Friday, January 18, 2013

American Gothic as a Depiction of the Great Depression by Grant Wood

American Gothic (1930)
The painting an American Gothic was produced by Grant Wood in 1930. It was completed in Iowa as a backlash against Europeans trying to depict Americans from their own vantage point. The concept of self-representation was called Regionalism. It was part of a movement of paintings by Americans to characterize "true" American life.

The picture is of a farmer and his daughter. Grant Woods used his sister and a dentist to model the image. One can see the age on the father's face and his willingness to work hard and save the farm. Perhaps he was saving it for his daughter. As the Depression took hold you can see the determination with just a touch of a classy sports jacket thrown over his bibs. It is an interesting clash of age and youth, wealth and poverty, ruggedness with soft flowers in the back, and commitment with a get-to-work attitude. 

Grant Woods moved to Cedar Rapids after his father passed away in 1901. He went to an art school in Minnesota and then came back to Cedar Rapids to teach in a one room school house. Around 1913 he attended the School of Art Institute in Chicago. Through his travels in Europe he exposed himself to other forms of art. He focused much of his effort on the Midwest and the lives of its inhabitants.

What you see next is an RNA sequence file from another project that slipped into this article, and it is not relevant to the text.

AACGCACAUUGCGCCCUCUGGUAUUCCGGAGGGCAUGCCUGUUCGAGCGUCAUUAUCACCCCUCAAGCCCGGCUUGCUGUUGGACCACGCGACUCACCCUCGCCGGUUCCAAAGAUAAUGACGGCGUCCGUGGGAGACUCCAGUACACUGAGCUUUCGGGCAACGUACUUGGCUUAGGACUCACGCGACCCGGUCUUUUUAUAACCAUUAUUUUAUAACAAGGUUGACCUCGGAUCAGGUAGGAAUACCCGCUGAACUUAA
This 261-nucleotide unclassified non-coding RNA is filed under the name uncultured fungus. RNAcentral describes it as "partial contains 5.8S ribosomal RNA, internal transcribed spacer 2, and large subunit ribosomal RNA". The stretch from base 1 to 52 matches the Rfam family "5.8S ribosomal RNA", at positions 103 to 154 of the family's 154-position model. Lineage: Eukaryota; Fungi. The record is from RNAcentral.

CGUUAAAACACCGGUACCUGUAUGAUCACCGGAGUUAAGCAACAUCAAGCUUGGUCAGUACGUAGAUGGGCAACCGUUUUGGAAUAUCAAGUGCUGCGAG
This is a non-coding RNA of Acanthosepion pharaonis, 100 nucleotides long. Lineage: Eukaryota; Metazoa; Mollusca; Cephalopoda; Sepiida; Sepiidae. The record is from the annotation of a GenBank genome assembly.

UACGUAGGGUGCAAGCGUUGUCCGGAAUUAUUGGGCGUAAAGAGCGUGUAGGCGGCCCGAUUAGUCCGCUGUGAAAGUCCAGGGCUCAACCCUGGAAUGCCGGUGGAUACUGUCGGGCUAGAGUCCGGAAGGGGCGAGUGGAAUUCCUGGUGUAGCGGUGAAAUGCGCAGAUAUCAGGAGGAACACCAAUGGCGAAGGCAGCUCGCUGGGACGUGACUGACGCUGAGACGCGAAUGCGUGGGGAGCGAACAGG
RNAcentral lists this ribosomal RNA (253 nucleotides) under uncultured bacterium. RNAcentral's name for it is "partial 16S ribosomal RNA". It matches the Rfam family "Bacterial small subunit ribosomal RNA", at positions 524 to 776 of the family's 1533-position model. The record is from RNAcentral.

The Depression was a worldwide event that started in 1930 and ended in the early 40's. It is seen as the world's longest lasting economic downturn. International trade declined by 50% and unemployment rose to around 30%. The causes of the Depression range from explanations of market contraction to governmental inefficiencies. However, the initial decline of the stock market was seen by some economists as a symptom of bank and government policy failures.

In a study of the Great Depression by economist James K. Galbraith's work The Great Crash:1929 he writes:

The main relevance of The Great Crash, 1929 to the great crisis of 2008 is surely here. In both cases, the government knew what it should do. Both times, it declined to do it. In the summer of 1929 a few stern words from on high, a rise in the discount rate, a tough investigation into the pyramid schemes of the day, and the house of cards on Wall Street would have tumbled before its fall destroyed the whole economy. In 2004, the FBI warned publicly of “an epidemic of mortgage fraud.” But the government did nothing, and less than nothing, delivering instead low interest rates, deregulation and clear signals that laws would not be enforced.

Galbraith, J. (1961) , The Great Crash 1929, Pelican Books

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